Weather bumps JWST launch to Christmas Day
WASHINGTON — A $10 billion space telescope that has suffered years of delays because of technical problems will have to remain on Earth at least one more day, this time because of poor weather.
Arianespace announced Dec. 21 that “adverse weather conditions” at the launch site in French Guiana led it to postpone a scheduled Dec. 24 launch of NASA’s James Webb Space Telescope on an Ariane 5. The launch is now rescheduled for 7:20 a.m. Eastern Dec. 25, pending improved weather. That launch window runs until 7:52 a.m. Eastern.
Arianespace, the European Space Agency and NASA did not elaborate on the specific weather conditions that, more than two and a half days before liftoff, prompted the delay. However, during a call with reporters a few hours before the announcement, Jérôme Rives, vice president of the Ariane 5 business unit at Arianespace, said one issue was upper-level winds.
“We have one potential concern regarding the higher altitude winds,” he said, noting it would be examined at a weather briefing scheduled for shortly after the media call. “We are going to look at that very accurately in about an hour to assess the situation for the 24th of December and see whether we can launch on that date.”
At that briefing, NASA announced that the telescope had successfully completed a launch readiness review, keeping the mission on track at the time to launch on Dec. 24. Other than the weather, officials said they were not tracking any technical issues that oculd cause a launch delay. “The observatory is in good health and ready to go,” said Greg Robinson, JWST program director at NASA Headquarters.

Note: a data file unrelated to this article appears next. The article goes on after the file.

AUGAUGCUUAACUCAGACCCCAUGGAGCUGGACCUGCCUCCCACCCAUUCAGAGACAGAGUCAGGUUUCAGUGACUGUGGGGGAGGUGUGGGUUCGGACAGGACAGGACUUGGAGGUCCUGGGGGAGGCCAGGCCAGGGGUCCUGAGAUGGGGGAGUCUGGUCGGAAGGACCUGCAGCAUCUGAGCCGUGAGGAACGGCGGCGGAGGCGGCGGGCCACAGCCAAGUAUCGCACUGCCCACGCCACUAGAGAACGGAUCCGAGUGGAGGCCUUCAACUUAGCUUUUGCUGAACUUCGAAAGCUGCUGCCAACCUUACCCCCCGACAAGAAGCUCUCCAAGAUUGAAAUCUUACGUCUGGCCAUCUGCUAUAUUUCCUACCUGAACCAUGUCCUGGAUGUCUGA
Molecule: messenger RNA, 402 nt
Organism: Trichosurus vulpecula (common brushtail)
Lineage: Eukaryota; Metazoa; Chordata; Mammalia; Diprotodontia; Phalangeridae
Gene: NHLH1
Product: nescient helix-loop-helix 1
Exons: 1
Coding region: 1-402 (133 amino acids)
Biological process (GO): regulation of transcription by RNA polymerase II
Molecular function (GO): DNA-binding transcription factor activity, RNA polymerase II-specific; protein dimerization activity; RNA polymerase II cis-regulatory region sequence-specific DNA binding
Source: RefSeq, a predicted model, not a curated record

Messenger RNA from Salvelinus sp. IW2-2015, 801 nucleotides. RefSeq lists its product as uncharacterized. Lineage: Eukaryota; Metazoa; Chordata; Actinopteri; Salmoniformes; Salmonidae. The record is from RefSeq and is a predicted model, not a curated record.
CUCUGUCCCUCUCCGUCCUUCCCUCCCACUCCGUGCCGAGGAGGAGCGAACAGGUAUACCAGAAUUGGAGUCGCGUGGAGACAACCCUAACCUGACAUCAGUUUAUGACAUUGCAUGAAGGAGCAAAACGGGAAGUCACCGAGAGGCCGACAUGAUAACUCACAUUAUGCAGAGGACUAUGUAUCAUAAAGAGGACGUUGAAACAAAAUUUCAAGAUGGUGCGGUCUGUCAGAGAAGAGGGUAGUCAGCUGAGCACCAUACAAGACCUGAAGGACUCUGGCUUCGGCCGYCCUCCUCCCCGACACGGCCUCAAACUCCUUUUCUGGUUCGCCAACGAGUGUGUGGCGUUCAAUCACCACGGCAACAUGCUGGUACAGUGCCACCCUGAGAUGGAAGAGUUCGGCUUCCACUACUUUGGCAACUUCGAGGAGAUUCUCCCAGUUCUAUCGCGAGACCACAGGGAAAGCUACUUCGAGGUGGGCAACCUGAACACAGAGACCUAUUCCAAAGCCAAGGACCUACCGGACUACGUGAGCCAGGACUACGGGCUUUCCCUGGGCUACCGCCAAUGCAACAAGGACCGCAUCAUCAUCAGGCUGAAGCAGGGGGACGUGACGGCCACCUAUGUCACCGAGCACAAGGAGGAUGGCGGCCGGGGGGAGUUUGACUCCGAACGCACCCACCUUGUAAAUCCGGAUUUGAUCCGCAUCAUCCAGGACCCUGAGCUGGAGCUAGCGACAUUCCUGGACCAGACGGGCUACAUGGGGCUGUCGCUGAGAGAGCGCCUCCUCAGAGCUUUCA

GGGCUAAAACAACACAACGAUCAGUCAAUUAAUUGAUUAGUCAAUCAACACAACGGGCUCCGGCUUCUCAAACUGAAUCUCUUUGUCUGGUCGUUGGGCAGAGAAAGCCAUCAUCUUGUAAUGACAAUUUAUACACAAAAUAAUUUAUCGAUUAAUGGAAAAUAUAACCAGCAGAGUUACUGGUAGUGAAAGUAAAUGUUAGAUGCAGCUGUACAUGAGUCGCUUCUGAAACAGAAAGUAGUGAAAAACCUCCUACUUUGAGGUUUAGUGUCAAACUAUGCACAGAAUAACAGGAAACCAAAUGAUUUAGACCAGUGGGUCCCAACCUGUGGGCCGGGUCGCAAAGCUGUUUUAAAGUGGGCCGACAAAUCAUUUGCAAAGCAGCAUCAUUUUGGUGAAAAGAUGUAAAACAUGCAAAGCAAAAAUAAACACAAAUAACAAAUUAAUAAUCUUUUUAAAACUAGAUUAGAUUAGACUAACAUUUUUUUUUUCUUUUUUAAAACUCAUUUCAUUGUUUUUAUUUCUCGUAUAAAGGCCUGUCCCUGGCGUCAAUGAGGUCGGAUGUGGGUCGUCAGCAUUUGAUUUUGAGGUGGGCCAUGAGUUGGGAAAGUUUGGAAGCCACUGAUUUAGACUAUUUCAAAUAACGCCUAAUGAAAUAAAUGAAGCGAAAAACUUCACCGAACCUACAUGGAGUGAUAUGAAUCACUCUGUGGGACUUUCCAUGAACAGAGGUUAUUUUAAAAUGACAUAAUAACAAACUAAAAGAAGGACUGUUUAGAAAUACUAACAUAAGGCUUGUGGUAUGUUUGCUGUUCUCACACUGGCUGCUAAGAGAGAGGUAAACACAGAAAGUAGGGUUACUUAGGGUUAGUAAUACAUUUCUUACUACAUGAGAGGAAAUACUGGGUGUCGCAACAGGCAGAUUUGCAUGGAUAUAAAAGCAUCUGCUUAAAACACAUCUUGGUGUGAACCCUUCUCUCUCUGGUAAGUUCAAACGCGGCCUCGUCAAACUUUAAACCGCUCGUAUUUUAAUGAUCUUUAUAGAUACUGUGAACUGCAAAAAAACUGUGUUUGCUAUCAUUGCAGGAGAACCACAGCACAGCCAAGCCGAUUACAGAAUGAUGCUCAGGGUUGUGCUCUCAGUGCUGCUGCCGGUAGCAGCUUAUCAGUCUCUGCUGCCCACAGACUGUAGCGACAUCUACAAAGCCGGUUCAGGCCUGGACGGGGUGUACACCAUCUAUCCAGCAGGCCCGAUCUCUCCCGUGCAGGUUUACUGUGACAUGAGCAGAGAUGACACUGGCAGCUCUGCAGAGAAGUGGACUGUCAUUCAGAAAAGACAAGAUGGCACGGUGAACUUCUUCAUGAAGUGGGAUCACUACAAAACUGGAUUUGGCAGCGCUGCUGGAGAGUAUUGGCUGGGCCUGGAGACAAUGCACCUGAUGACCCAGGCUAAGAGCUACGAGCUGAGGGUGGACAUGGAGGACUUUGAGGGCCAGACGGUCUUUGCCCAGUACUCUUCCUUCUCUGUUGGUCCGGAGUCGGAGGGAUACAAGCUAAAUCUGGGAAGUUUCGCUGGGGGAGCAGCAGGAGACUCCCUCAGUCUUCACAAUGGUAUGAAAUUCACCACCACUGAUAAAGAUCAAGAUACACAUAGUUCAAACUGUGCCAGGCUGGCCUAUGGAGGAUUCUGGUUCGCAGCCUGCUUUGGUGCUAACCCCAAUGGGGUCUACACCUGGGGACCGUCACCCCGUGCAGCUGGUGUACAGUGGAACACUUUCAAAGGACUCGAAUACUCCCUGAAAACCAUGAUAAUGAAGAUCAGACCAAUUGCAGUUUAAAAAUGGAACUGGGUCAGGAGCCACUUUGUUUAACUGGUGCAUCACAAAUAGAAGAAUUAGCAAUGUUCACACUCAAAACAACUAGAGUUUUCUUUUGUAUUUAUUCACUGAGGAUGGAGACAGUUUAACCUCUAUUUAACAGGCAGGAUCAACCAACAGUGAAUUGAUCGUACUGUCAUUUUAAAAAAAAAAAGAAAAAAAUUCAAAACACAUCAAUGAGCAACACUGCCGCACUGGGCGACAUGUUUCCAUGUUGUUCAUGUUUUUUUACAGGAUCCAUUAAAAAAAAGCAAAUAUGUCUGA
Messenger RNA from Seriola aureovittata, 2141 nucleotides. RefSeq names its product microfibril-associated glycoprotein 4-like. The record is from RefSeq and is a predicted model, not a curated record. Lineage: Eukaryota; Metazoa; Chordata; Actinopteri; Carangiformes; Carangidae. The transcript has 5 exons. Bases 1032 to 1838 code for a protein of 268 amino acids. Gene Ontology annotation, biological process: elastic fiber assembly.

The launch slipped from Dec. 22 to Dec. 24 last week because of a communications issue between the spacecraft and ground support equipment that delayed a final “aliveness test” of JWST before it was encapsulated within the Ariane 5 payload fairing. While NASA officials said last week that the problem had been resolved, Robinson said the problem persists but should not affect the launch.
“It’s pretty minor. We can launch with it, but we’ll get it resolved as soon as we get to the pad and powered up,” he said, noting it involved ground support equipment and not the spacecraft, and would not be an issue after liftoff. “We’re just getting some minor telemetry drops that we live with.”
During the media call, reporters complained about delayed and incomplete updates from NASA and other partners in the mission, ranging from the limited details about the recent communications problem that caused the two-day launch delay to a lack of specifics on critical post-launch activities, such as deployment of the spacecraft’s solar array, antenna and sunshield.
Thomas Zurbuchen, NASA associate administrator for science, said that NASA will coordinate information about spacecraft activities. “There was a day where we were not as fast as we should have been,” he said, an apparent reference to a launch update that was expected Dec. 17 but not released until Dec. 18. “Rest assured we’re taking the lessons from it as we go forward to this deployment, where I know all of us want to know how it’s going.”